[ exact phrase in "" • results by date ]

[ Google-powered • results by relevance ]


News Home

Subscribe to RSS feed

Add NWW headlines to your site (click here)

Sign up for daily updates

Keep Wind Watch online and independent!

Donate $10

Donate $5

Selected Documents

All Documents

Research Links


Press Releases


Publications & Products

Photos & Graphics


Allied Groups

Lake Winds Energy Park sound study findings to be shared  

Credit:  Steve Begnoche - Managing Editor | Ludington Daily News | Tuesday, August 13, 2013 | www.ludingtondailynews.com ~~

The results of the post-construction sound study of Lake Winds Energy Park will be presented to the Mason County Planning Commission Wednesday, Aug. 14 at 7 p.m. at the Summit Township Hall, 4879 W. Deren Road.

It’s likely that when the sound consultants hired to study the noise level of Lake Winds Energy Park present their findings Wednesday night at Summit Township Hall, those in favor will be happy and those who opposed to the 56-tower project that began operation Thanksgiving Day 2012 will find results that bolster their concerns over noise.

The report concludes “the sound levels from the wind turbines were in general compliance with sound level criteria.”

But the results also show some values exceeding the limits set in the special land use permit – numbers opponents likely will highlight.

The engineers caution that other sounds – wind and background noise – may be a factor and need to be taken into account when considering the results that exceed the limits. While the turbines operate at near the maximum allowable noise level and can be heard, according to the conclusion of the report, the incidents of exceeding the limit “do not represent a statistically significant portion of time and do not indicate systemic exceedance.”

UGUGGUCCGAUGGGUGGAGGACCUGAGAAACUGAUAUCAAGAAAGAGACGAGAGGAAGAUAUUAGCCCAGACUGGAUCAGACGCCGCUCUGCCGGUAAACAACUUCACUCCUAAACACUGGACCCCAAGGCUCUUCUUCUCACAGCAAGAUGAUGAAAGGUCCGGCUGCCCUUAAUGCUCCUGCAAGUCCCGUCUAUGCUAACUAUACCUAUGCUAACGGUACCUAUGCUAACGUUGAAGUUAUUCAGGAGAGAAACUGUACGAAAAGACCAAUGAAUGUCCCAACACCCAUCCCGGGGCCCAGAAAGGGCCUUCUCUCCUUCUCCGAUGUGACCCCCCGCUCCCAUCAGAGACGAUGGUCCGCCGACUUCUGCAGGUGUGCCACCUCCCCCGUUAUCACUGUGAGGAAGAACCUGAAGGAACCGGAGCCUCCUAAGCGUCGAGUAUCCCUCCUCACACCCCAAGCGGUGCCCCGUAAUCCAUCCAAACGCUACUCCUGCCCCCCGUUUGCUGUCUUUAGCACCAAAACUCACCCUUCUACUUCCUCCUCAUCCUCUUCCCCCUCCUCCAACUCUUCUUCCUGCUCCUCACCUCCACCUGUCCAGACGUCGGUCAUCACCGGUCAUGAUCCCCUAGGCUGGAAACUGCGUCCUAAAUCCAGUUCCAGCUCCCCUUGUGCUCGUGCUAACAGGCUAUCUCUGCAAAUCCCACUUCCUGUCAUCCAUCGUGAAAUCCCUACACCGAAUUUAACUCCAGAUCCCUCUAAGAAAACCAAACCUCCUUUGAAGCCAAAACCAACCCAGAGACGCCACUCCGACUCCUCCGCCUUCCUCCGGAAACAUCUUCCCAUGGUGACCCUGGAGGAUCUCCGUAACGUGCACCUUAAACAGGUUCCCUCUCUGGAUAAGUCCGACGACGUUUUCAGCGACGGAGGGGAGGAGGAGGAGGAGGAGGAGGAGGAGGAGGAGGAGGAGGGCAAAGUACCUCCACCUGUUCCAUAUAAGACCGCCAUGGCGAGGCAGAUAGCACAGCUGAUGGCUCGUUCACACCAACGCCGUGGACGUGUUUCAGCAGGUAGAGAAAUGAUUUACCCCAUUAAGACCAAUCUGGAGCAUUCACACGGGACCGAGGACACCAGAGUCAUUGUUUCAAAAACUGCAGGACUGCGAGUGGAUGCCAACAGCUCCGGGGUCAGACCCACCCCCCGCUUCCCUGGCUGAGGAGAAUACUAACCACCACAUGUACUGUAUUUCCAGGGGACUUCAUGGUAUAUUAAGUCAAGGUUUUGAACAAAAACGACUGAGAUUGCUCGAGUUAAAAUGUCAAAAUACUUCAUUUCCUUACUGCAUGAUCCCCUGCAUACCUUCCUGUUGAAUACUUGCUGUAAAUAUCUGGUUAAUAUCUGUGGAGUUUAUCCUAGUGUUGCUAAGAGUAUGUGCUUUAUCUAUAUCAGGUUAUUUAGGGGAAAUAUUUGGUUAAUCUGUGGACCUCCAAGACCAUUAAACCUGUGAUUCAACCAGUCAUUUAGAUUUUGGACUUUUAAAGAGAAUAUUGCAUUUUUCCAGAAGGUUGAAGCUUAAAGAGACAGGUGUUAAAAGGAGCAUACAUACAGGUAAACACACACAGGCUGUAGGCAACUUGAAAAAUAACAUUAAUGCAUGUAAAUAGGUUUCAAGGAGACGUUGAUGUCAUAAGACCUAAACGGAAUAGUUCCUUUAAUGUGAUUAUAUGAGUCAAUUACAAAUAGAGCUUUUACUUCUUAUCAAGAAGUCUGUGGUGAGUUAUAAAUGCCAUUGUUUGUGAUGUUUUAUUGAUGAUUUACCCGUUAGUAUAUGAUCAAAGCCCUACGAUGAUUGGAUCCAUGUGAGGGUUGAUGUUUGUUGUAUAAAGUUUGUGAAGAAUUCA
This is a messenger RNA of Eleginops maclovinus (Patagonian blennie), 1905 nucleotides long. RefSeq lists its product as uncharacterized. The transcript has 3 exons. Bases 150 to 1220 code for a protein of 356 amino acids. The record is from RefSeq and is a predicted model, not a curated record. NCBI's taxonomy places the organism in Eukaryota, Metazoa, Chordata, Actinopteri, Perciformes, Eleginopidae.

“The planning commission will use the results to determine compliance with the sound portions of the special land use permit/zoning ordinance,” Mary Reilly, Mason County zoning and building administrator told the Daily News Monday.

She encouraged those interested in the study to attend the 7 p.m. meeting Wednesday at Summit Township Hall on Derren Road, west of South Pere Marquette Highway.

Brian Howe of HGC Engineering (Howe Gastmeier Chapnik Limited) will attend the Wednesday meeting to present the 59-page report on the sound study. He will conduct a question and answer period with those in attendance.


From April 24 through May 10, the Missassauga, Ontario, firm HGC Engineering conducted the study required by the special land use permit granted Consumers Energy to build the hotly contested 100 megawatt wind farm in Riverton and Summit Townships.



from page A1

The report details the methodology used, and includes sound level data gathered by automated monitors at eight measurement locations as well as data collected by attended monitors at eight sites. Weather conditions including wind speed and direction, were monitored and recorded at four locations during the testing period. Electric power production records and hub height wind data provided by Consumers Energy is included.

Levels were measured at both pooled and unpooled parcels. Pooled parcels are those receiving payments based on the power generated by a turbine on their parcel. Unpooled parcels do not receive such payments. The special land use permit tops the sound at 55 decibels at the dwelling on pooled parcels and 45 decibels at the propety line on unpooled parcels. Consumers Energy agreed to those limits, noting they are lower limits than industry standards for wind parks.

The study also measured ambient sound – wind, rain and other natural and manmade sounds.

The results are presented as a number for a 10-minute energy equivalent average sound level – LEQ. Because the LEQ includes ambiant sound, the engineers state, “a sound level measurement cannot necessarily be compared directly to the sound level limits. Where significant background sound level exists, some form of evaluation must be made to determine the sound level contribution of the source under assessment in the absence of background sounds.”